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Talking Headways

Talking Headways Podcast: Leadership for the 15-Minute City

We chat about with Yvonne Yeung about how to create good development that reduces the need to drive and supports our climate emissions reduction goals.

11:08 AM EDT on August 24, 2023

This week we’re joined by Yvonne Yeung to talk about the Urban Land Institute's recent report, Building 15 Minute Communities: a Leadership Guide. We chat about how the guide can help create good development that reduces the need to drive, and supports our climate emissions reduction goals.

A full, unedited transcript of our conversation can be found here. A partial transcript is under the audio player below.

Jeff Wood: I really liked, in the report, where you talked about the different geographies and especially, from a ULI perspective, it’s interesting to see what those geographies are, because usually it’s like the region, the city, the neighborhood, those types of neighborhoods. But you also have exurbs, malls, suburban corridors, edge cities and downtowns. Which one of those was the most interesting to you?

Yvonne Yeung: For me, the most interesting and also the most important one to put more energy in the region is the metro region scale. Across North America there are more than 400 metro regions. As part of this research, we actually study the top 55. We tried to understand what is the growth projection and also what are the infrastructure gaps. We also look at affordability as well — how is actually, you know, aging infrastructure impacting a region as a whole?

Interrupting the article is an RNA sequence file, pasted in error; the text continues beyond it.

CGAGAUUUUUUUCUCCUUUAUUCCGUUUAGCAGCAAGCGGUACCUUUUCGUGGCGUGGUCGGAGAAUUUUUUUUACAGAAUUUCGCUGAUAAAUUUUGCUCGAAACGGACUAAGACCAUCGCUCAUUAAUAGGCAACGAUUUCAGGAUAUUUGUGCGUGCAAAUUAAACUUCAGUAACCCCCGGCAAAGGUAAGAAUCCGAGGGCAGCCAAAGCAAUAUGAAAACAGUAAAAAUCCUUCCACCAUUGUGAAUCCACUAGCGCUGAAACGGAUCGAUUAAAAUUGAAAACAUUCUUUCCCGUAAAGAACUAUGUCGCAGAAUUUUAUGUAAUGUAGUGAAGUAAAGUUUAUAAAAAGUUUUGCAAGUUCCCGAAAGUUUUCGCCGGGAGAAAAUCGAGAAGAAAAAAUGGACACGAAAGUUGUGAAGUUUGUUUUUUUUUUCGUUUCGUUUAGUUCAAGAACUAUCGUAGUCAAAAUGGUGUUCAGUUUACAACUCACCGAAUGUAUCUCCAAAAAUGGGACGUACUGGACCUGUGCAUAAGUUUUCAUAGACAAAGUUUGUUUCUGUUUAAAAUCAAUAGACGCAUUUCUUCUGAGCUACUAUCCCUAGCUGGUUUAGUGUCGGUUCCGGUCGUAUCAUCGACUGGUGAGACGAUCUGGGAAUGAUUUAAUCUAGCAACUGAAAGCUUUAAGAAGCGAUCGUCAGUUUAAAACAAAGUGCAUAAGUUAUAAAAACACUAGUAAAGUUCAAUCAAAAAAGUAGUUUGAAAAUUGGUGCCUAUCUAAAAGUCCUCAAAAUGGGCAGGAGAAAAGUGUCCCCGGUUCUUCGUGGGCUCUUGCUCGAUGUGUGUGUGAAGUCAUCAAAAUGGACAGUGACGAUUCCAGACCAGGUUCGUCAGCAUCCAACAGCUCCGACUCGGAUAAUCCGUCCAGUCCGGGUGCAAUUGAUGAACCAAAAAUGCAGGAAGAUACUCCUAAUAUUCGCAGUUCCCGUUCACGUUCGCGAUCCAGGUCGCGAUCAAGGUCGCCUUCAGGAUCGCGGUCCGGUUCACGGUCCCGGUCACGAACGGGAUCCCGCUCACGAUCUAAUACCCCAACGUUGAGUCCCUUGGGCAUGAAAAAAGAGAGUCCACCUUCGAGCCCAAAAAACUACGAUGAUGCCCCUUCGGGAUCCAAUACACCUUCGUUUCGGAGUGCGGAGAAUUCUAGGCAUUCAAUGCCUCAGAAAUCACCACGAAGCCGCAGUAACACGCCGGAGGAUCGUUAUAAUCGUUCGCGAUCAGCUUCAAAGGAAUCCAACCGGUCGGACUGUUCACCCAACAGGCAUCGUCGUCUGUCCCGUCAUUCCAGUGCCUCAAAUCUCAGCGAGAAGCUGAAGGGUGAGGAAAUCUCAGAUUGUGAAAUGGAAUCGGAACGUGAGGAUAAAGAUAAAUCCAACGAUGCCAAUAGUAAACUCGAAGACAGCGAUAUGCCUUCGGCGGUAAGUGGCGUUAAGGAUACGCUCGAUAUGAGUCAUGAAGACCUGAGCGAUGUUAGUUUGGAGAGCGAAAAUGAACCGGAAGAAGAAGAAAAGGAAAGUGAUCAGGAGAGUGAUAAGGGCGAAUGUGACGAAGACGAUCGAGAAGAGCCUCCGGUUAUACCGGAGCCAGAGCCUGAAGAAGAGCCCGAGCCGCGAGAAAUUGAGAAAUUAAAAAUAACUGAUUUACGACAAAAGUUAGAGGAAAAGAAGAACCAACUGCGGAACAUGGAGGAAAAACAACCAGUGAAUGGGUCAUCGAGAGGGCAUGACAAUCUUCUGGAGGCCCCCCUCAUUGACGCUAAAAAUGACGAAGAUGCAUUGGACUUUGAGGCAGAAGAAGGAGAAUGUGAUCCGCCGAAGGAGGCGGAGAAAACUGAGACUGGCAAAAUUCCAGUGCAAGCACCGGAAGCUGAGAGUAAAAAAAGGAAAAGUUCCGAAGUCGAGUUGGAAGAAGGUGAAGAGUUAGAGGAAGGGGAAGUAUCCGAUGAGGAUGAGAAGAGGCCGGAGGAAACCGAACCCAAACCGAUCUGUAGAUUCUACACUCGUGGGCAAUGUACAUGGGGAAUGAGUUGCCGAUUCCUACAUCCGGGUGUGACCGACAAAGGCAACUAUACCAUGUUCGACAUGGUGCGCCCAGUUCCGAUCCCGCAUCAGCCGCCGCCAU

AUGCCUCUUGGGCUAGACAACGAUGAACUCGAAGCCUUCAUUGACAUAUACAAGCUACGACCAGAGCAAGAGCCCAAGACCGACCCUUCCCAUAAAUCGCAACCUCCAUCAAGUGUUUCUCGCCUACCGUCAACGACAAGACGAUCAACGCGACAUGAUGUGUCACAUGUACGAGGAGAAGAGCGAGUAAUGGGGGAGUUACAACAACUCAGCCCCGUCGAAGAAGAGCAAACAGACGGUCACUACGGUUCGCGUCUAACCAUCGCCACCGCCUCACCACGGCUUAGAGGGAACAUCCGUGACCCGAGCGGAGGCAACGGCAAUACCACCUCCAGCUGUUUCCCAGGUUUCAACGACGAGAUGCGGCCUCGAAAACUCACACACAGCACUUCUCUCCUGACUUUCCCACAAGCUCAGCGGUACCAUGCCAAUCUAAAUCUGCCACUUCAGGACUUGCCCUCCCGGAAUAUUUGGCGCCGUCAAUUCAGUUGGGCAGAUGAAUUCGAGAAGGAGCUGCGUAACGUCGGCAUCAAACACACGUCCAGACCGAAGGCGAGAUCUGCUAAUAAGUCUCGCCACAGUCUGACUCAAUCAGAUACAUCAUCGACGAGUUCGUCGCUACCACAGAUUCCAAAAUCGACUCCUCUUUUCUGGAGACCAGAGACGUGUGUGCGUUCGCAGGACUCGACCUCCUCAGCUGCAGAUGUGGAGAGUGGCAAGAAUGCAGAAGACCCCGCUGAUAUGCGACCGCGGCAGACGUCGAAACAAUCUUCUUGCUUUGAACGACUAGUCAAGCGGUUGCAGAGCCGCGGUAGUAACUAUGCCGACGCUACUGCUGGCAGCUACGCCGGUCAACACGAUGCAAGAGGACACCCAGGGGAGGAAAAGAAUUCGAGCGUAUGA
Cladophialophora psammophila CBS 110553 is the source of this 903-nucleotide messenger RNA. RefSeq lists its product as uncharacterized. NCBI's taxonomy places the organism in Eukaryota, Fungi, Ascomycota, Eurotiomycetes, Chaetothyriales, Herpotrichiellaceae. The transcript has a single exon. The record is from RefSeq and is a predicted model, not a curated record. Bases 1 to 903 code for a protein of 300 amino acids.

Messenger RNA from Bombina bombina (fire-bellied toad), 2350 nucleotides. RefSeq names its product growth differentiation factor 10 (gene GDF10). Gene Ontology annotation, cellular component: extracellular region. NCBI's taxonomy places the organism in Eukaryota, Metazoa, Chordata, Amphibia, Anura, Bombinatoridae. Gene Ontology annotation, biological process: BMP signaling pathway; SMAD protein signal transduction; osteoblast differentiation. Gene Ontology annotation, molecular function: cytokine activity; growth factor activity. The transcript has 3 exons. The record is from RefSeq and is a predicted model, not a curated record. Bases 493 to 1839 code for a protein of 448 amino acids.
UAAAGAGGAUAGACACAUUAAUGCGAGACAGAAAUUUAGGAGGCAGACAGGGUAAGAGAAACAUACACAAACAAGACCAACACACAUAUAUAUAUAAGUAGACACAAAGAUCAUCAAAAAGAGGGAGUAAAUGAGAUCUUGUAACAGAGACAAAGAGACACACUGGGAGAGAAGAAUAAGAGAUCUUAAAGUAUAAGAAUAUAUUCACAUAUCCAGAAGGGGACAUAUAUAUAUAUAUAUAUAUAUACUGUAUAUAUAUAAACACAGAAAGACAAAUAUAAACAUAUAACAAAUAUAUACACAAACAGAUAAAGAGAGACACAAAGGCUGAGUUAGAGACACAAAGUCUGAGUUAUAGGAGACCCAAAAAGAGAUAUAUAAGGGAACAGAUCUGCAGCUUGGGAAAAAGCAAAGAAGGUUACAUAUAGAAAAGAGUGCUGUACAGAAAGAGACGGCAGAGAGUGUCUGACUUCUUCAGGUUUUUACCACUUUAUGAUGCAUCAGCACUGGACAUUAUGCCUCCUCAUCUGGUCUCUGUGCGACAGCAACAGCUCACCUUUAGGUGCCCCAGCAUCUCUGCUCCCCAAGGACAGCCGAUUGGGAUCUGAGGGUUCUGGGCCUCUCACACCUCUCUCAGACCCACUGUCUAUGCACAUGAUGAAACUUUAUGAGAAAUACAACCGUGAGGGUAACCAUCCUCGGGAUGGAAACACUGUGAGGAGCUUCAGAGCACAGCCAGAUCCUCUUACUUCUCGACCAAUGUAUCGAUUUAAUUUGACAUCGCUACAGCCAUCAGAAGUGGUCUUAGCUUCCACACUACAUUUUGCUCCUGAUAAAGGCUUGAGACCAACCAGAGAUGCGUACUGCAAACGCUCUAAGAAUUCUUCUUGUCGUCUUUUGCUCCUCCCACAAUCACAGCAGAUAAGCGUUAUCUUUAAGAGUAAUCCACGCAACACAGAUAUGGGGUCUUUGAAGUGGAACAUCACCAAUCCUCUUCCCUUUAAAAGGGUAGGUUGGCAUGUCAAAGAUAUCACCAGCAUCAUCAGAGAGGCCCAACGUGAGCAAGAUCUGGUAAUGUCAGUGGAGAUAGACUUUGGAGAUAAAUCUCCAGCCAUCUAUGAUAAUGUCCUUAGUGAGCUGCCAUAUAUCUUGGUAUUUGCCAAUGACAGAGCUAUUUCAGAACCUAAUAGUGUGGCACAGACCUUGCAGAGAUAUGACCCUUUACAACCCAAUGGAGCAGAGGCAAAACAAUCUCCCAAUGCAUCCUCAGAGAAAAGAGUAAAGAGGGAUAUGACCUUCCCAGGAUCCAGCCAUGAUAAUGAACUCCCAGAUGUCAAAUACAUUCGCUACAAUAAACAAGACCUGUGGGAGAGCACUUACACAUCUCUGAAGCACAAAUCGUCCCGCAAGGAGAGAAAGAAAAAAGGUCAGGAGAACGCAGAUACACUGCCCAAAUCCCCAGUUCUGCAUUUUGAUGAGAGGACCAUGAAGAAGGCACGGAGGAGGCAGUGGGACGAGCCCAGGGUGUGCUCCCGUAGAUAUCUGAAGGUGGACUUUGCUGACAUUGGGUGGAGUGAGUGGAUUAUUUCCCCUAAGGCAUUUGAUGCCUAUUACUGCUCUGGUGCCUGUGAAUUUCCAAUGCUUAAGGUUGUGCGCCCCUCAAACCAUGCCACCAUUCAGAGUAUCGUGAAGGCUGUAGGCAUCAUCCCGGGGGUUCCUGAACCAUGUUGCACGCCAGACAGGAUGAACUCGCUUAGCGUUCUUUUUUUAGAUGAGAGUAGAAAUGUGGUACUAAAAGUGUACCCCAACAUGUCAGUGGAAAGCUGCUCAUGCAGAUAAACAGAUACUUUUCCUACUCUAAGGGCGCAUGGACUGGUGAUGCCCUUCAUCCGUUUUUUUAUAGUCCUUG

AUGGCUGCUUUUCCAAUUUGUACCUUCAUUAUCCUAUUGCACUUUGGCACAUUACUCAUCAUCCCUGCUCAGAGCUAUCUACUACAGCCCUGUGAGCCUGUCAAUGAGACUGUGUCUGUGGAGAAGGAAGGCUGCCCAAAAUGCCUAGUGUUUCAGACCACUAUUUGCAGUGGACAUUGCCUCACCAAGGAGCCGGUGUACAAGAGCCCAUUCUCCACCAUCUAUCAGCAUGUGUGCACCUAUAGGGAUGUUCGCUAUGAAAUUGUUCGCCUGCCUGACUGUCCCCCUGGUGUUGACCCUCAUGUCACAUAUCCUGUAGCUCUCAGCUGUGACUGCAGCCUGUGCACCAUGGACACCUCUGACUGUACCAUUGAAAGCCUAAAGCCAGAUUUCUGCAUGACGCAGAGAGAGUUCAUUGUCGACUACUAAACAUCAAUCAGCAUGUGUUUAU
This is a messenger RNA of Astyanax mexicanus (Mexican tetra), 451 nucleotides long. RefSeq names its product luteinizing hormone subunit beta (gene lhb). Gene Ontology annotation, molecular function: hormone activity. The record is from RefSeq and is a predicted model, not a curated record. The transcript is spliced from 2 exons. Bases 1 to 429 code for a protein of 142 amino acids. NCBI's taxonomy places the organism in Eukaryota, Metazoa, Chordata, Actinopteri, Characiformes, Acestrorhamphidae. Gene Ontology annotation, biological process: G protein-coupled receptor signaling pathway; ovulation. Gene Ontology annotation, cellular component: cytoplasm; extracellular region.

What we see is that right now, there are a lot of proposals coming down the pipeline and generally triggered by the metro region — very often it's by transit agency. But in order for the transit case to be successful, land-use decisions need to be made at the same time.

The involves the land-use decisions of multiple cities. In order to make this effective, there is opportunity to put some of the key land-use decisions upstream. For example, how many people and jobs are you looking for? What kinds of jobs — when it comes to the economy, many of the regions, they’re competing at a regional basis. Thinking about how many universities, what’s the kinds of attraction that you can create as a region? And all of those need a lot of collaboration among cities.

Another element is modal split — in order for transit to be effective, other than having difference kind of agencies work together to provide integrated service, they can agree on a modal split. Is this 20 percent, is it 30 percent? Is it 50 percent? How many of those movements are not by driving but by walking, cycling and transit? I think that’s very important.

Another piece is aging infrastructure. We know the transmission lines, for example, in certain parts of North America, are experiencing a lot of the blackouts. We know that this is only a symptom that could be happening more in the future and is really impacting not just the economy as a whole, but also life and safety as well. Particularly in tower neighborhoods when there’s a blackout, you have to find a way to get outdoors because the building can get so hot.

So now we have this initiative, some of those are coming from the Biden administration. There are a series of very progressive white papers — one of them, the title is "Game Changer initiative," particularly thinking about how we can decarbonize the supply chain. From that standpoint, how we can provide energy differently? Is there any opportunity to localize it so that you don’t need to wait for major upgrade to solve the problem, but can focus on more district-based solutions?

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